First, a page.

This is absolutely an area of concern. There have been many objections voiced about the procedures mandated by the Department of Education regarding procurement of materials and labor. The system needs to be transparent and cost effective. I would support reform.

8. Decentralization or Community-Centered Schools: Given that communities in all other states have local control over their schools, do you favor a community-centered school system with control over 90 percent of their community k-12 school budget? Would you favor the BOE limiting itself to developing academic standards and holding accountable community-level school governance?

I am neutral on this subject. I see the advantages of both systems. Community school boards face many of the same challenges our current system faces. My goal would be to continue to streamline our current system. Less decision makers, less layers, more alignment with what is happening across the country that is successful. I do favor increasing the weighted school formula for principal and school level control.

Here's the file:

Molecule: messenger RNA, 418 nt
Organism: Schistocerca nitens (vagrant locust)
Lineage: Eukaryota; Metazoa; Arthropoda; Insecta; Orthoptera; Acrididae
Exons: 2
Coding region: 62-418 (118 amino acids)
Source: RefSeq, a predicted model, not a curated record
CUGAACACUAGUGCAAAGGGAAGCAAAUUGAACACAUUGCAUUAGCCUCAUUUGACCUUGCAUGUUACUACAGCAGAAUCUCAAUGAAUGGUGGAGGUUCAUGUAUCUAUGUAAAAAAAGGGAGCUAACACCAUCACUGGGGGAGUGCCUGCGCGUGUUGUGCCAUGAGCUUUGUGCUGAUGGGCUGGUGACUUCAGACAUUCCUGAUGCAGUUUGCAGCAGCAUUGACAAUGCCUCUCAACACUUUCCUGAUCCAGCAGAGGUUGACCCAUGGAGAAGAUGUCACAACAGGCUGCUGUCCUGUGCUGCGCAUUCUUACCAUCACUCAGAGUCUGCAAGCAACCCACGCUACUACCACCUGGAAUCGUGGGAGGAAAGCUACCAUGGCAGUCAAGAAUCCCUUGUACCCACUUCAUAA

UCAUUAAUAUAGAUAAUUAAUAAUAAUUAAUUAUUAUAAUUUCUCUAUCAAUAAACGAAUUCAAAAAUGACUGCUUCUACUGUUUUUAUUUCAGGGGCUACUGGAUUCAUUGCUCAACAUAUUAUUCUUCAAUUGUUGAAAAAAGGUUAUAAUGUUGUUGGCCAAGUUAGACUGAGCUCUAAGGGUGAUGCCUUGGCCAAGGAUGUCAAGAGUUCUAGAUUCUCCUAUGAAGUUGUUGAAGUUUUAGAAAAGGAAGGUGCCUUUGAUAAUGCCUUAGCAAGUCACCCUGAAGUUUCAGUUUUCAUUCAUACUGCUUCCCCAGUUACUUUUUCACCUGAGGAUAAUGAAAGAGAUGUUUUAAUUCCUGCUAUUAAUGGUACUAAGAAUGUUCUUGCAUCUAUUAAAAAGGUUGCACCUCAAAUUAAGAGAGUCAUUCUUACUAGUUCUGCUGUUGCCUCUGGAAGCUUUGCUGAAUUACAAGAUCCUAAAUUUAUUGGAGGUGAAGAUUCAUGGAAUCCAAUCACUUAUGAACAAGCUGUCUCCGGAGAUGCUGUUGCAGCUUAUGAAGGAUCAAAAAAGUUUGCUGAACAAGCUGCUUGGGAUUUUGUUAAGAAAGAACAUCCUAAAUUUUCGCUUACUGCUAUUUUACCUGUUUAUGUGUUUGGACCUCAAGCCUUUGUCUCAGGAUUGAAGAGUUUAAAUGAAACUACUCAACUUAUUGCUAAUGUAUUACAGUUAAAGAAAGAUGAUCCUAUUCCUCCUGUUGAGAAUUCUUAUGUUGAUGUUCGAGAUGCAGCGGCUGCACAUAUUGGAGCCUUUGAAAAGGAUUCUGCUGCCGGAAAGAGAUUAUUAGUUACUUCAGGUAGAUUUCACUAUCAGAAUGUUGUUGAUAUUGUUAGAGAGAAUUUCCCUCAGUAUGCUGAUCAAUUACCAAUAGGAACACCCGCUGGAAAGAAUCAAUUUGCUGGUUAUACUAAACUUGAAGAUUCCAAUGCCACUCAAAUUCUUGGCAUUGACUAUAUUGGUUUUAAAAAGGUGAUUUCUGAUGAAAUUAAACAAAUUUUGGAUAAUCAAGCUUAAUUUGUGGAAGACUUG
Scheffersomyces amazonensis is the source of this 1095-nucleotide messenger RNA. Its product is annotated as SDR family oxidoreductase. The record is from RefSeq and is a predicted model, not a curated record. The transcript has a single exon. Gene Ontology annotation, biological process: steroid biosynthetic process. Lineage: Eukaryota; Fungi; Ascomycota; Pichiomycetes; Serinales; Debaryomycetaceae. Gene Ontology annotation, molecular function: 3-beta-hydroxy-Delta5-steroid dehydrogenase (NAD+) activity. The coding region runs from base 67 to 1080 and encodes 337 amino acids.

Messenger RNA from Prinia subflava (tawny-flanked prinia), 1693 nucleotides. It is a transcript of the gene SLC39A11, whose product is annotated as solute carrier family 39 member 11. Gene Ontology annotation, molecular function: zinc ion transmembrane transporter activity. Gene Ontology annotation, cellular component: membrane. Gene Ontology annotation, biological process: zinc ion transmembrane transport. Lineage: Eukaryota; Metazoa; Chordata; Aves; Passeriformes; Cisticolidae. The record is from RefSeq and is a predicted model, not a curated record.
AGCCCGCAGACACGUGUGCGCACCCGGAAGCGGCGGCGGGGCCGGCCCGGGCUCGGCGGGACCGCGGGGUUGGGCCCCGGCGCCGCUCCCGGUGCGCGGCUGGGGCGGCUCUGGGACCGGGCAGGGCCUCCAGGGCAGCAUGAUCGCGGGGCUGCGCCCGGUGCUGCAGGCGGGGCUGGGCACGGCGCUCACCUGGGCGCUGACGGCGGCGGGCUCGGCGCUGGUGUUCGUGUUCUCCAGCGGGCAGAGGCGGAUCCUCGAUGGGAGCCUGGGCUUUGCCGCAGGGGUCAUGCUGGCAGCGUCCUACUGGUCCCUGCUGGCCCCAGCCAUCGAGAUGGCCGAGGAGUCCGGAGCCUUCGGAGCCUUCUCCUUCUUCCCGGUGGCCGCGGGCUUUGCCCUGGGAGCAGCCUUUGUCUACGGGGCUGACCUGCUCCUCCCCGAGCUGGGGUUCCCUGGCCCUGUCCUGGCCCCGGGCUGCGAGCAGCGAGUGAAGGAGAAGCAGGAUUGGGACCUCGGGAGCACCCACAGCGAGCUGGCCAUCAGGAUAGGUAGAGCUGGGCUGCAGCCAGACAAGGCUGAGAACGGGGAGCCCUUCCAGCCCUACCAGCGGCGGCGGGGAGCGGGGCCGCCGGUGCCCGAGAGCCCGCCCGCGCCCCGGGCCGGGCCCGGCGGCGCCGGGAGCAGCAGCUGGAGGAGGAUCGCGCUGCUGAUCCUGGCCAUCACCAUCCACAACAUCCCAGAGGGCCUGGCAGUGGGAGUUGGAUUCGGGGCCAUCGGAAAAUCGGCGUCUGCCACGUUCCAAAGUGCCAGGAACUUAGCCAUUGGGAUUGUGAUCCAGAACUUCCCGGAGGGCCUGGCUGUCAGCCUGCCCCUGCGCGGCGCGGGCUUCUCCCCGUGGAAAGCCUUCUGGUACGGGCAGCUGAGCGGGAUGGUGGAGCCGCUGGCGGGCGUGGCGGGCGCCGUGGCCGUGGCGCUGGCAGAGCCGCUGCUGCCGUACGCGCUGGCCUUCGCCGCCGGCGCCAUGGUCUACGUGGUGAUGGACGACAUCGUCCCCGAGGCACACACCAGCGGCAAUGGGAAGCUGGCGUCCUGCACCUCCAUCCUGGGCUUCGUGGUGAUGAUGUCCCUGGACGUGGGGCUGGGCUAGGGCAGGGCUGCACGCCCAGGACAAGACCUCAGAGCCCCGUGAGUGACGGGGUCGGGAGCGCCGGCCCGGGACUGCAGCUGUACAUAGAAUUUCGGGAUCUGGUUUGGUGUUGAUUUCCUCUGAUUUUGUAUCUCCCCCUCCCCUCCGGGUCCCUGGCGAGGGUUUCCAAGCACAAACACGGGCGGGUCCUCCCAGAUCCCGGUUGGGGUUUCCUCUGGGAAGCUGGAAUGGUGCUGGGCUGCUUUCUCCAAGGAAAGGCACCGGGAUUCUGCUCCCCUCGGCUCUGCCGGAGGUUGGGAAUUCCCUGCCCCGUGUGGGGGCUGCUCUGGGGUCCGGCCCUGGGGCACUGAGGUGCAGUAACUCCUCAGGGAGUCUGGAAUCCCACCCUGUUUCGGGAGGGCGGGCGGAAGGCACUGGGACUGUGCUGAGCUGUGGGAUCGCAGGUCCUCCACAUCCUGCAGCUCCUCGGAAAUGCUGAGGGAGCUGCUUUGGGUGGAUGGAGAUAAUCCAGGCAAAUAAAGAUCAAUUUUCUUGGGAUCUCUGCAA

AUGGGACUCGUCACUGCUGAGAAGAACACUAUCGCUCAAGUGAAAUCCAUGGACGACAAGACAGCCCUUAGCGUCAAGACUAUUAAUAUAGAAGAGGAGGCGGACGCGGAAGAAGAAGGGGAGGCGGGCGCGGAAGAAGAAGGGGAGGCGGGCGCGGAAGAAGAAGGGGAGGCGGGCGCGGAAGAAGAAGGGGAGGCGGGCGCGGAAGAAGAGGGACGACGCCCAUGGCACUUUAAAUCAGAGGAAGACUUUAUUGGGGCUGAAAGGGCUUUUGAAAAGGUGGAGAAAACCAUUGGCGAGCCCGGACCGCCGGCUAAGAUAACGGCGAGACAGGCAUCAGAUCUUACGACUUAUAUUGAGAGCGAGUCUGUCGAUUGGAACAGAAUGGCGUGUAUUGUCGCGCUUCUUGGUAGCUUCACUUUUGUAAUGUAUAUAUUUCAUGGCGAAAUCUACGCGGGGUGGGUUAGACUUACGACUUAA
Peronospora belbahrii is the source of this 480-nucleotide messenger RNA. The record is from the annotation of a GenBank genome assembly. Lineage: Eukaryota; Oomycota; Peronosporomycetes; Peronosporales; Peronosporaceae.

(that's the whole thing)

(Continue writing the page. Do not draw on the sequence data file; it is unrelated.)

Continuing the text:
9. Charter School Cap: Should the cap on the number of charter schools be lifted with student funding that is equal to other public schools, including money for facilities?

Charter schools are a whole project that we quickly need to get our hands around. Autonomy is great, but the end product needs to be graduates that are college or career ready. They are being managed very successfully on the mainland and could be a very positive step for Hawaii. I love the idea of charter schools promoting Hawaiian culture, specializing in English as a second language, smaller middle and high schools, art based schools. As far as funding, it should be equitable to other schools.

10. Pension Reform: Last year, $417 million of the DOE’s budget was consumed by pension or employee burden costs. Would you implement any pension reforms that would lessen these costs? If so, what would they be?

I would need more of an understanding of the numbers involved. I like to look at wages and benefits as a whole. Pensions are a part of an employee’s compensation; it is just being deferred, which is a huge benefit to an employee. When comparing salaries state by state, we also need to compare total compensation (pensions and benefits) side by side.